• Foundations of Random Number Generation in JavaScript

    Being able to generate (apparently) random numbers is an essential requirement for many areas of math, statistics, the sciences, technology and gaming. For instance, they can be used to assign participants to a group in a randomized controlled trial, to determine the output of a computer game or to find approximate solutions to otherwise intractable problems. I frequently use random numbers to check my solutions to perfectly…

    • Thu, Jul 14 2016
  • SVG versus Canvas

    Suppose you want to draw something on your web page using browser-native technologies. It might be some kind of animated scene, it might be a technical diagram, it could be some kind of custom infographic. What should you use? As the title of the article suggests, there are a couple of obvious answers: a canvas element or a scalable vector graphic (SVG). In some cases, either SVG or canvas might work reasonably well and…

    • Thu, Jun 23 2016
  • The Importance of Prose in Communicating Data

    If you're a data communicator, having a good understanding of chart and table design is important. Thankfully, the art and science of creating effective charts and tables is the subject of a great number of books. (One of my favorites is Stephen Few's Show Me the Numbers.) This doesn't, however, mean that how we use ordinary prose - spoken or written - should be ignored.

    About a year ago I wrote an article…

    • Thu, Jun 2 2016
  • New Solutions to Old JavaScript Problems: 2) Default Values

    Introduction

    This is the second in a series on how new JavaScript features, introduced in the ECMAScript 2015 standard (aka ES6), allow for simpler solutions to some old JavaScript problems. In part 1 I covered block scope and the new let and const keywords. Here I will look at default arguments for functions.

    Default Arguments the Old Way

    Here's a very simple JavaScript function for logging a greeting message to the…

    • Mon, May 9 2016
  • When it Comes to Dataviz, Color is Complicated: Part 2

    This is Part 2 (in a series of 2) on why color is a complex and confusing topic. In Part 1 I looked at cases where colors might not be interpreted as expected. Here I'll cover the difficulties of picking a suitable palette.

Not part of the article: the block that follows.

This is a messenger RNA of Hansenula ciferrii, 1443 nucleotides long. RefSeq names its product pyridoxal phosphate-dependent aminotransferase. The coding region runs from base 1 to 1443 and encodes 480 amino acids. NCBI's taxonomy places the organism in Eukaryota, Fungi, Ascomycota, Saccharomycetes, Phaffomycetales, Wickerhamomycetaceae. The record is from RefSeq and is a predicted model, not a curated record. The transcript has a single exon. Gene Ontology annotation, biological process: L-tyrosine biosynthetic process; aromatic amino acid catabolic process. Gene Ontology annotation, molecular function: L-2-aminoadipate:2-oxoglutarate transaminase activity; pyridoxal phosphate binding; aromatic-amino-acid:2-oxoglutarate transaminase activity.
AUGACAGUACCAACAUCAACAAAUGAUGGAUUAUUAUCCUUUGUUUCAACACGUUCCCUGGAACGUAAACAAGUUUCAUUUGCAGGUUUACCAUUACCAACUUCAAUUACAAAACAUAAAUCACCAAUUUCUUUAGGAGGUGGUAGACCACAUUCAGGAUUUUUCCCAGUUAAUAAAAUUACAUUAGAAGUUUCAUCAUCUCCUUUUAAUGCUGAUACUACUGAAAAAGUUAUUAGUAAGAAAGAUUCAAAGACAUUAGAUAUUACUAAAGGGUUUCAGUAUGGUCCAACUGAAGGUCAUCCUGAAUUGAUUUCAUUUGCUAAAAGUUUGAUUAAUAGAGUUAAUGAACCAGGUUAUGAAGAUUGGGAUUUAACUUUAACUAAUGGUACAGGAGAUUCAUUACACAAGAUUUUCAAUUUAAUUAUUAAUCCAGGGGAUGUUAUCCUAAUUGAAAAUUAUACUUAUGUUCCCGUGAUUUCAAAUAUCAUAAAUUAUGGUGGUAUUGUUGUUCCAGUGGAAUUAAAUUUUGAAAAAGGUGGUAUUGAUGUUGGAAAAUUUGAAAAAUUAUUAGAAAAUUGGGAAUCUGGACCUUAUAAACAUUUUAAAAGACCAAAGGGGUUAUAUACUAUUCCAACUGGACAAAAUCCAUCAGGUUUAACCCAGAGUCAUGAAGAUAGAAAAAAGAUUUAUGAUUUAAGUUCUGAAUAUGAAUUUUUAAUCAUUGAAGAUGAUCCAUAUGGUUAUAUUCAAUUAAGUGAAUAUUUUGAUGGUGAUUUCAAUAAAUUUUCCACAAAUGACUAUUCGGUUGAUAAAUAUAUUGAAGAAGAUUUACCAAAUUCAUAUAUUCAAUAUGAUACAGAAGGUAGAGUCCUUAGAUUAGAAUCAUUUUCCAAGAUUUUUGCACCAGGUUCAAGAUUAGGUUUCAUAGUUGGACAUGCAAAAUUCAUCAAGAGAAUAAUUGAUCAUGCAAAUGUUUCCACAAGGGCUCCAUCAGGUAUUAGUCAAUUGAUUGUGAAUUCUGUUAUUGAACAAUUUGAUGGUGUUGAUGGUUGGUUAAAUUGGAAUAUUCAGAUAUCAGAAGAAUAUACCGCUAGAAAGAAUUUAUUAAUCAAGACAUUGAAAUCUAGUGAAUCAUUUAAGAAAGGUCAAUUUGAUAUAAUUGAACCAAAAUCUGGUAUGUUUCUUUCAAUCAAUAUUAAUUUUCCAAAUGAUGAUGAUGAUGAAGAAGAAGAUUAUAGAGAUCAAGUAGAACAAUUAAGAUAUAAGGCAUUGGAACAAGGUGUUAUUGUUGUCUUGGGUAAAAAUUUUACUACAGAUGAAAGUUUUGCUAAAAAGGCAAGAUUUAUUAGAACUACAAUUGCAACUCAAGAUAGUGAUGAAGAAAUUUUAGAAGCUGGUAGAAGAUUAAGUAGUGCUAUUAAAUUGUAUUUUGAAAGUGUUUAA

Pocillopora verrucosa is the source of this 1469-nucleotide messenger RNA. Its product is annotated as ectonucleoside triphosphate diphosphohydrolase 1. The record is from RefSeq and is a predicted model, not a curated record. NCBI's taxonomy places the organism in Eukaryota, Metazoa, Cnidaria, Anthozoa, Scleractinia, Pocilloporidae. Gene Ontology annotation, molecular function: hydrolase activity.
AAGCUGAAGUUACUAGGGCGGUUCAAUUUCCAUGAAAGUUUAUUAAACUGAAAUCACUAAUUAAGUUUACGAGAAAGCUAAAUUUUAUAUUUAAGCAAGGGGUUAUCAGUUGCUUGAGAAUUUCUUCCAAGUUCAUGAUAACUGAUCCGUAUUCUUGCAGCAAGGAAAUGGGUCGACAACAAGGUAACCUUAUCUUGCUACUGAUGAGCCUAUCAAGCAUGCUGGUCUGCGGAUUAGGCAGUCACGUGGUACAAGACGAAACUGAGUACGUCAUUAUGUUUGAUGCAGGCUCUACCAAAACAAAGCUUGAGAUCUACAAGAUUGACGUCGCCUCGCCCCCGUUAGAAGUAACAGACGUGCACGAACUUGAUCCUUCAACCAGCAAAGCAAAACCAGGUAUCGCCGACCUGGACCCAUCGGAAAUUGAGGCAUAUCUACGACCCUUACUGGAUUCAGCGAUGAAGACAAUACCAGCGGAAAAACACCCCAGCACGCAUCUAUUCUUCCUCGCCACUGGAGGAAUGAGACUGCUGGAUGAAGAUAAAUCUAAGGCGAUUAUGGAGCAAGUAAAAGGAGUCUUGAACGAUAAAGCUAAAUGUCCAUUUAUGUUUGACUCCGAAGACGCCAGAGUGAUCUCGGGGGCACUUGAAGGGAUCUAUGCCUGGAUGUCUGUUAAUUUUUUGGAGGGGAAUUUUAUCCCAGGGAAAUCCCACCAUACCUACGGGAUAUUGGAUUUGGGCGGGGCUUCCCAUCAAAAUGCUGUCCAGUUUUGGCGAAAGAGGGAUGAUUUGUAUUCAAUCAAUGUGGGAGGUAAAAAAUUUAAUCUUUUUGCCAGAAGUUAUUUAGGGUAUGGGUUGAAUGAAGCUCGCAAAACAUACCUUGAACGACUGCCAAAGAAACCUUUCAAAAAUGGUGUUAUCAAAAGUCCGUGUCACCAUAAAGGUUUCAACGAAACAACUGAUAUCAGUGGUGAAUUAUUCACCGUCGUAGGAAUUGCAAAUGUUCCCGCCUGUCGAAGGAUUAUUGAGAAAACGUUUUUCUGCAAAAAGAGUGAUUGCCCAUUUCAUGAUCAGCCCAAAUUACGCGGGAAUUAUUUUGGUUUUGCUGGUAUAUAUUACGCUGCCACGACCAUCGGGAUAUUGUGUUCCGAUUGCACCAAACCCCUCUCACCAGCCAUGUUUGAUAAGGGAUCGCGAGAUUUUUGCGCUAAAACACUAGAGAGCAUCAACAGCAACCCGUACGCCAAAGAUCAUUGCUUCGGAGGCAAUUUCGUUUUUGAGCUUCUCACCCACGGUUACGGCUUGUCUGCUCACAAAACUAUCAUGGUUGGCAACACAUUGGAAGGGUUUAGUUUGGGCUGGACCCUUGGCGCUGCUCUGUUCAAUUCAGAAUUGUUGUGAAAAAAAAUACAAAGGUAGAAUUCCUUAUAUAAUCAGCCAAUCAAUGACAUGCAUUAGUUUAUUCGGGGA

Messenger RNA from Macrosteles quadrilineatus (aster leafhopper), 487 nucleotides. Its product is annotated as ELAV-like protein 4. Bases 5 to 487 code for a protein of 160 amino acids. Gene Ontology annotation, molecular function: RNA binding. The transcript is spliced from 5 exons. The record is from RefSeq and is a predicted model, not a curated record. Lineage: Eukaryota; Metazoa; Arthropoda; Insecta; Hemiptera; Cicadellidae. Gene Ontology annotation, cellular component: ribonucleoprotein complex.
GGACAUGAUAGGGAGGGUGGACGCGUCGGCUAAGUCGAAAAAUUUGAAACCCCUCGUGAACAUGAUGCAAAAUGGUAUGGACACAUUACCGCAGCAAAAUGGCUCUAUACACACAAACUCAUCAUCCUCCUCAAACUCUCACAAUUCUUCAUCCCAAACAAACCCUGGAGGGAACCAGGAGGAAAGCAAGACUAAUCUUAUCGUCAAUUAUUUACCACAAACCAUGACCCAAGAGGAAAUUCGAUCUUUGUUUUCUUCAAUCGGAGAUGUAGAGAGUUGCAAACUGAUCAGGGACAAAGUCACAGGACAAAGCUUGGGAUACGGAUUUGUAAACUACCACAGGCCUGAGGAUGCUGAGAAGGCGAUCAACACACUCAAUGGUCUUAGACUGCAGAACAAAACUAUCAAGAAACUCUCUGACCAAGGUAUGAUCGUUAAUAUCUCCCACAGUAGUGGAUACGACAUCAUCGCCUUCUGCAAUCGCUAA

Be Subtle

    Even if you avoid color contrast illusions and palettes that are difficult for those with CVD to interpret, it's still easy to make something that looks bad. Strong, saturated, vibrant…

    • Mon, May 2 2016
  • When it Comes to Dataviz, Color is Complicated: Part 1

    In all the articles I've written here I've covered a fairly broad range of topics related to data visualization: the use of tick marks and labels, data density, the problems with dual-axis charts and much more. I've touched upon the use of color a few times but only in passing. That's because I think, while interesting, the topic can be quite confusing and that makes writing short articles difficult. In this two-part…

    • Wed, Apr 27 2016
  • New Solutions to Old JavaScript Problems: 1) Variable Scope

    Introduction

    I love JavaScript but I'm also well aware that, as a programming language, it's far from perfect. Two excellent books, Douglas Crockford's JavaScript : The Good Parts and David Herman's Effective JavaScript, have helped me a lot with understanding and finding workarounds for some of the weirdest behavior. But Crockford's book is now over seven years old, a very long time in the world of…

    • Tue, Mar 22 2016
  • Stacked Area Charts and Mathematical Approximations

    I've previously noted that I think stacked area charts are frequently used when a conventional line chart would be a better option. Here is the (fictional) example I used previously and the conventional line chart alternative.

    In short, if you want people to be able to make reasonably accurate judgments of the magnitudes of the individual components, and how they change depending on some other variable (such as…

    • Thu, Feb 25 2016
  • Why We Should Report More Than Just the Mean